|Sometime in November 2002, when I was still a cub reporter, I was assigned to cover the Pushkar Fair in Rajasthan. After a hectic day spent between camels and their herders, we were in for a pleasant surprise. The organisers had arranged for an evening with folk dance and music. Of all the performances, what stayed with me was the Kalbelia or serpent dance where a group of girls danced acrobatically as men played the been, the wind instrument used by snake charmers. |
The memories came back when my colleague Urvashi wrote about Gulabo Sapera, the global ambassador of Kalbelia. Gulabo was buried alive soon after birth because her parents already had three girls. How she survived, went on to receive the Padma Shri and helped enlist Kalbelia on UNESCO list of Intangible Cultural Heritage is the subject matter of Urvashi’s story. You shouldn’t skip this one.
The other interesting piece is on Sundarbans, where locals pray to Bon bibi (Forest Goddess) for their safety while facing daily attacks from tigers and crocodiles. If Amphan flooded fields with water, the islanders turned them into fisheries. Sundarbans is where women wear white clothes when their husbands venture out, to ward off evil until their return. My colleague Dola has brought out their indomitable spirit in her story.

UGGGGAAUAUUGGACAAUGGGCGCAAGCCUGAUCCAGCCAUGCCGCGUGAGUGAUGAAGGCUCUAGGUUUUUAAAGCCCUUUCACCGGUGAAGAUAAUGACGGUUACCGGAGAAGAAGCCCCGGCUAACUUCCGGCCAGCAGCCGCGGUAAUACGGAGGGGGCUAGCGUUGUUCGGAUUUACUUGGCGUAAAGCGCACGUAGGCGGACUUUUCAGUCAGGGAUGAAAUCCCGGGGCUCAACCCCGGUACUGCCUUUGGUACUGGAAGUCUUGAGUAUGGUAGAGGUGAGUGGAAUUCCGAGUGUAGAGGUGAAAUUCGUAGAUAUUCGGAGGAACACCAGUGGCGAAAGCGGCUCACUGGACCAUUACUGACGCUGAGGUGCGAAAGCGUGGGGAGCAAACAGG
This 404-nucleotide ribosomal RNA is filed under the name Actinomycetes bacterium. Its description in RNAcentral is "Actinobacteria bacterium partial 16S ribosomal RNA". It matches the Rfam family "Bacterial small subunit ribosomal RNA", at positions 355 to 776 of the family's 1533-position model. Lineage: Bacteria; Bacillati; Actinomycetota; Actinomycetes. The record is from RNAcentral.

Ultimately, living in harmony with nature is the only way to live happily. It’s evident from the success of organic farmers in India. Nagaland’s Movlom is India’s first bio-village and its organic pineapples are sought after globally. Do read up Anjana’s piece on how farmers are faring better by going back to old farming methods.
As always, there’s a lot more at 30Stades.com. Happy Reading!
Buried at birth, how Gulabo Sapera survived to become the global ambassador of Rajasthan’s Kalbelia folk dance
From weathering cyclones to tiger attacks, how Sundarban inhabitants forge resilient lives
From pineapple to pepper, how organic farming is increasing farm incomes in India